The health risk information presented here is summarized from Shoreland Travax®, a decision-support tool used by health care providers to perform a detailed health risk analysis based on specific locations, individual travel styles, and traveler risk behaviors. Travax provides practitioners current, independently researched malaria risk and prevention recommendations in a map-based format that goes beyond the annual WHO and CDC statements included here. Not included here are current reports from Travax of disease outbreaks or environmental events that may pose elevated risks to travelers’ health and safety. The Providers section of this site offers a directory of health care providers who utilize Shoreland Travax for travel health counseling. Learn more about the detailed reports and maps available from these practitioners (includes links to samples).
Bangladesh is a developing nation in the lower half of the world's economies. Located between India and the Bay of Bengal in southern Asia, its climate is tropical, with mild winters, hot, humid summers, and a warm, rainy monsoon season.
See also: Library article for Yellow Fever
Although yellow fever does not occur in Bangladesh, an official yellow fever vaccination certificate may be required depending on your itinerary.
- Requirement: A vaccination certificate is required for travelers aged ≥ 1 year coming from countries with risk of YF transmission.
Depending on your itinerary, your personal risk factors, and the length of your visit, your health care provider may offer you vaccination against cholera, hepatitis A, hepatitis B, influenza, Japanese encephalitis, measles, mumps, rubella, rabies, or typhoid fever. Routine immunizations, such as those that prevent tetanus/diphtheria or "childhood" diseases, should be reviewed and updated as needed.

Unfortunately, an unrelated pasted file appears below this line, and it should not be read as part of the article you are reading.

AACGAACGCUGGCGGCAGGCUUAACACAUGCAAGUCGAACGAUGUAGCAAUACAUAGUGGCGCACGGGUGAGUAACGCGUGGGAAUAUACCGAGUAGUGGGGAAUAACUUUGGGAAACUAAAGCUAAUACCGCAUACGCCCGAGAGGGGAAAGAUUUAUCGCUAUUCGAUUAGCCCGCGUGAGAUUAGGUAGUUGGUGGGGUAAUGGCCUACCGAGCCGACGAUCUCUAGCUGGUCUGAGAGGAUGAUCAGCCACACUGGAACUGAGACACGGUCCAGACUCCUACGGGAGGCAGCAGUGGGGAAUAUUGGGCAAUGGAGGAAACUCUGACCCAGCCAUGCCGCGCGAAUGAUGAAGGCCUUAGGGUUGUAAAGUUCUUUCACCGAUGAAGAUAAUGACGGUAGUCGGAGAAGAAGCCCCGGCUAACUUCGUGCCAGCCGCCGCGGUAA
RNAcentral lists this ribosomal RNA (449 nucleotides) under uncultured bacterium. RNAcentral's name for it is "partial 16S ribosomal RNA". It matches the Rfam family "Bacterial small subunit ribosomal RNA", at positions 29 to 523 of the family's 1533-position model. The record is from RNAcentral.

See also: Library article for Malaria
The following is current information as reported by the World Health Organization (WHO) and the U.S. Centers for Disease Control (CDC):
WHO—International Travel and Health (current online update, Country List)(2013) Malaria risk exists throughout the year, but transmission occurs only in rural areas, in 13 of 64 districts. The risk is high in Chittagong HillTract districts (Bandarban, Rangamati and Khagrachari), Chittagong district and Cox Bazaar district. Low risk exists in the districts of Hobigonj,Kurigram, Moulvibazar, Mymensingh, Netrakona, Sherpur, Sunamgonj and Sylhet. Most parts of the country, including Dhaka City, have no risk ofmalaria.
- Recommended prevention in risk areas: C – Risk of P. falciparum malaria, in combination with reported chloroquine and sulfadoxine–pyrimethamine resistance. Mosquito bite prevention plus atovaquone–proguanil or doxycycline or mefloquine chemoprophylaxis (select according to reported side effects and contraindications) a
aAlternatively, for travel to rural areas with low risk of malaria infection, mosquito bite prevention can be combined with stand–by emergency treatment (SBET).
WHO Country List footnote: When available, the date of the most recent update or confirmation is indicated in parentheses in the country list. If no date is indicated, the most recent update or confirmation was provided before 2013.
CDC—Health Information for International Travel (current online edition)Areas with malaria: All areas, except in the city of Dhaka.
- Estimated relative risk of malaria for US travelers: Low.
- Drug resistance4: Chloroquine.
- Malaria species: P. falciparum 90%, P. vivax 10%, and P. malariae rare.
- Recommended chemoprophylaxis: Atovaquone-proguanil, doxycycline, or mefloquine.
4 Refers to P. falciparum malaria unless otherwise noted.
See also: Library article for Travelers' Diarrhea
High risk exists throughout the country, including in deluxe accommodations. Food and beverage precautions may reduce the likelihood of illness.
Travelers should carry loperamide for self-treatment of diarrhea and, if risk is moderate to high, an antibiotic to add if diarrhea is severe. Consult a knowledgeable health care provider regarding which antibiotic is appropriate for you and most effective for your destination.